In A Flash

Ontario Increasing Minimum Wage Effective October 1, 2022

On April 5, 2022, the Government of Ontario announced that starting October 1, 2022, the general minimum wage will increase to $15.50 per hour. Ontario had previously raised the general minimum wage to $15.00 / hour and removed the lower minimum wage for liquor servers in January 2022.

The wage increase slated for October 2022 is tied to the Consumer Price Index and means that workers earning the general minimum wage and working 40 hours per week would see an annual raise of $1768. Liquor servers who work 40 hours per week would see an annual raise of $5512.

Other wage increases effective October 1, 2022 include the following:

  • Students under 18: $14.60 per hour (a raise from $14.10 per hour)
  • Hunting, fishing and wilderness guides: $77.60 per day when working less than five consecutive hours in a day (a raise from $75); and $155.25 per day when working more than five consecutive hours in a day (a raise from $150.05)
  • Homeworkers (those who do paid work out of their own homes for employers): $17.05 per hour (a raise from $16.50 per hour)

This wage increase follows previous announcements regarding the Working for Workers Act, 2022 (see our previous coverage on the proposed legislation including minimum standards for digital platform workers and employee monitoring policies and new requirements and increased penalties under the OHSA), which, if passed, would build upon this wage increase by expanding the minimum wage to digital platform (“gig economy”) workers for active hours worked.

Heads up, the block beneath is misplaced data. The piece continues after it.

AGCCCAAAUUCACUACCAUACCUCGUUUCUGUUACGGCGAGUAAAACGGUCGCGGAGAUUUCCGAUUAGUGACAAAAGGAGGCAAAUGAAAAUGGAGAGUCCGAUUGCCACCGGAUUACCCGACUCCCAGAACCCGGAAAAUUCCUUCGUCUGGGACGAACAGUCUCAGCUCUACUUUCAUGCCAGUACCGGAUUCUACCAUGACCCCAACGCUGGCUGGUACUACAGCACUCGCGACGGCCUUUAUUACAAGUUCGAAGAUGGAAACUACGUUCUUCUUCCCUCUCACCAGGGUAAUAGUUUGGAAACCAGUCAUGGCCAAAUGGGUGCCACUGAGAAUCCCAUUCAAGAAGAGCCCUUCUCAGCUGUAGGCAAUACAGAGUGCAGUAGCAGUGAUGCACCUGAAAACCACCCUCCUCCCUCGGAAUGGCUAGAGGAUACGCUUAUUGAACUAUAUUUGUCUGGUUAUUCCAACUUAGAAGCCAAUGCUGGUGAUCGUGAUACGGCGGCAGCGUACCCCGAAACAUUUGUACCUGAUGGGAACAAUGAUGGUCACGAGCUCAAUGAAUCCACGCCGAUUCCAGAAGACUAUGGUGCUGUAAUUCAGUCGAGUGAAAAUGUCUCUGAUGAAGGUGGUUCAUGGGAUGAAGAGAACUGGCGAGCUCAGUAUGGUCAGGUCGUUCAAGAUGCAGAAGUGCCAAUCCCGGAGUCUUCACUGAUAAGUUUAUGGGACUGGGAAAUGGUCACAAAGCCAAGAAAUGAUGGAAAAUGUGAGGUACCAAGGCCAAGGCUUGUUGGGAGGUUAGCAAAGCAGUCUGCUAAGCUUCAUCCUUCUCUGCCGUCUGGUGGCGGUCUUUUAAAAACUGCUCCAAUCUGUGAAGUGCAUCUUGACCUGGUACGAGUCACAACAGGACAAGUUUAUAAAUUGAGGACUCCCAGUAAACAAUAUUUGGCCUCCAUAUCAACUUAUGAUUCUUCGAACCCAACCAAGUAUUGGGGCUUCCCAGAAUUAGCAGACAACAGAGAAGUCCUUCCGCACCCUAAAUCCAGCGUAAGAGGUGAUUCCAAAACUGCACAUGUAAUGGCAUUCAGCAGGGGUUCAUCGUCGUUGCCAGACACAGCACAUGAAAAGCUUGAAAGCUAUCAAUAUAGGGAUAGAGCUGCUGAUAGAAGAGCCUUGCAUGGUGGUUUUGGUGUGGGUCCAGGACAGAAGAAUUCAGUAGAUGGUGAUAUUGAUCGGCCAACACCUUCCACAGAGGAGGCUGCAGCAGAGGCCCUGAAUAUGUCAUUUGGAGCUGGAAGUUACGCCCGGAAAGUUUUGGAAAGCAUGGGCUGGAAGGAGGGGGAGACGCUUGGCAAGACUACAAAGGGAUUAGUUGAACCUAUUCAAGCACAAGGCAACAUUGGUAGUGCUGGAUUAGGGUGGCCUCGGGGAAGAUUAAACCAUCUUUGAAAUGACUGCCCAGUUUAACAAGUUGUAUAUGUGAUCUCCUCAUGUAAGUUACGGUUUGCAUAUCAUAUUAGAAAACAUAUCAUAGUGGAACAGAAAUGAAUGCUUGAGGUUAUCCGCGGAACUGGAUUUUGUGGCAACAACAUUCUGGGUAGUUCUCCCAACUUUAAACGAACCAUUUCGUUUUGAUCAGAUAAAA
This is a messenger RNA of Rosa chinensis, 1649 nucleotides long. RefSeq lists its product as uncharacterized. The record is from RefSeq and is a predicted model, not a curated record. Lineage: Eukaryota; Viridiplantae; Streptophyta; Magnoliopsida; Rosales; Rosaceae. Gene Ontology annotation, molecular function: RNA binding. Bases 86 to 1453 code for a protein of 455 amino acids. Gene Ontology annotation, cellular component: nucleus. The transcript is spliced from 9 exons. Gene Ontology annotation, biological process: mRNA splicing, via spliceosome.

We will continue to update our clients with information as soon as it becomes available. If you have any questions about the provincial announcement and the proposed legislation, or any questions relating to workplace law generally, please do not hesitate to contact a Mathews Dinsdale lawyer.

Print article

More insights

In A Flash

Deadline for Fighting Against Forced and Child Labour in Supply Chain Reporting Obligations for Companies is May 31, 2024: Is Your Organization Prepared?

Bill S-211, An Act to enact the Fighting Against Forced Labour and Child Labour in Supply Chains Act and to amend the Customs Tariff received Royal Assent on May 11, 2023 and is in force January 1, 2024. Companies and certain government institutions are required to review and assess working conditions in their extended supply chains and produce their first annual report by May 31, 2024.

Read more


Our complimentary webinars address the practical and legal issues for Canadian employers.

View our Webinars